We have directed owners and local authorities to guidance and advice issued by the United Kingdom Government on steps that should be taken by owners of properties that might have aluminium composite material on them. That guidance is applicable in Scotland and includes steps to have the material tested and to commission an independent fire safety assessment, as well as information on large-scale fire tests, which will help owners to understand what materials on their building need to be replaced to reduce the fire risk.
I stress that an independent fire safety assessment is key to determining any course of action as, depending on the type of ACM, the extent of its coverage, the design of the overall cladding system and other fire safety features, there may be no need to take further action.
The minister will be aware that there are properties in Glasgow that have ACM cladding. One of my constituents stays in an affected block. Despite being approved at the time when it was put in place, the cladding would not currently gain planning permission. Consequently, the owners are being charged thousands of pounds to have a fire warden on patrol and the replacement cladding will come in at somewhere between £6 million and £9 million. Will the Scottish Government explain what it is doing to help worried property owners such as my constituent?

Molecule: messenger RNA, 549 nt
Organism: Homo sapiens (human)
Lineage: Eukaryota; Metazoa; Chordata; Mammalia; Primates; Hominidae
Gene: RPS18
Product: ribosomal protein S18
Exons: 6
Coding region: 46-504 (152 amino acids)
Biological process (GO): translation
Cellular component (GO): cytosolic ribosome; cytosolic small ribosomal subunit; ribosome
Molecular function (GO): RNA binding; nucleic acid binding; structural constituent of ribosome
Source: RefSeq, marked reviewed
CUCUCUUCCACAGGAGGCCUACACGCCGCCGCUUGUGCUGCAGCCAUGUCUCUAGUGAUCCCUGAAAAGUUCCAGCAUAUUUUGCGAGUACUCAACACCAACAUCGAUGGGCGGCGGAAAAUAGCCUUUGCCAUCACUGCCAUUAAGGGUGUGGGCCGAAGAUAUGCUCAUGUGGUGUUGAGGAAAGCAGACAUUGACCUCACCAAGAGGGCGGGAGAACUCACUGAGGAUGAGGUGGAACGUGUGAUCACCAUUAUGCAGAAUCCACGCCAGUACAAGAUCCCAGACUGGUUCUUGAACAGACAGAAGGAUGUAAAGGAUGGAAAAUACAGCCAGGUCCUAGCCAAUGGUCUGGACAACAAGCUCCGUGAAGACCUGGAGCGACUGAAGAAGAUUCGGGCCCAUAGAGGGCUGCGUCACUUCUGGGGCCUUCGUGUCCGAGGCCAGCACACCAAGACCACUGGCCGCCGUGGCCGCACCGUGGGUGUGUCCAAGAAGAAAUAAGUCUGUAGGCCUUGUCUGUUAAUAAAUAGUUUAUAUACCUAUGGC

Glasgow City Council is communicating with owners, factors and others on the buildings that Mr Kelly highlighted. Buildings are primarily the responsibility of owners. However, local authorities have broad discretionary powers to provide assistance for work that is needed to bring any house into a reasonable state of repair. They are best placed to make decisions about what assistance should be provided to address local circumstances and priorities. However, I assure Mr Kelly that I and my colleagues in the ministerial working group—the Cabinet Secretary for Communities, Social Security and Equalities, Angela Constance; and the Minister for Community Safety and Legal Affairs, Annabelle Ewing—will continue to liaise with Glasgow City Council to determine exactly what the situation is.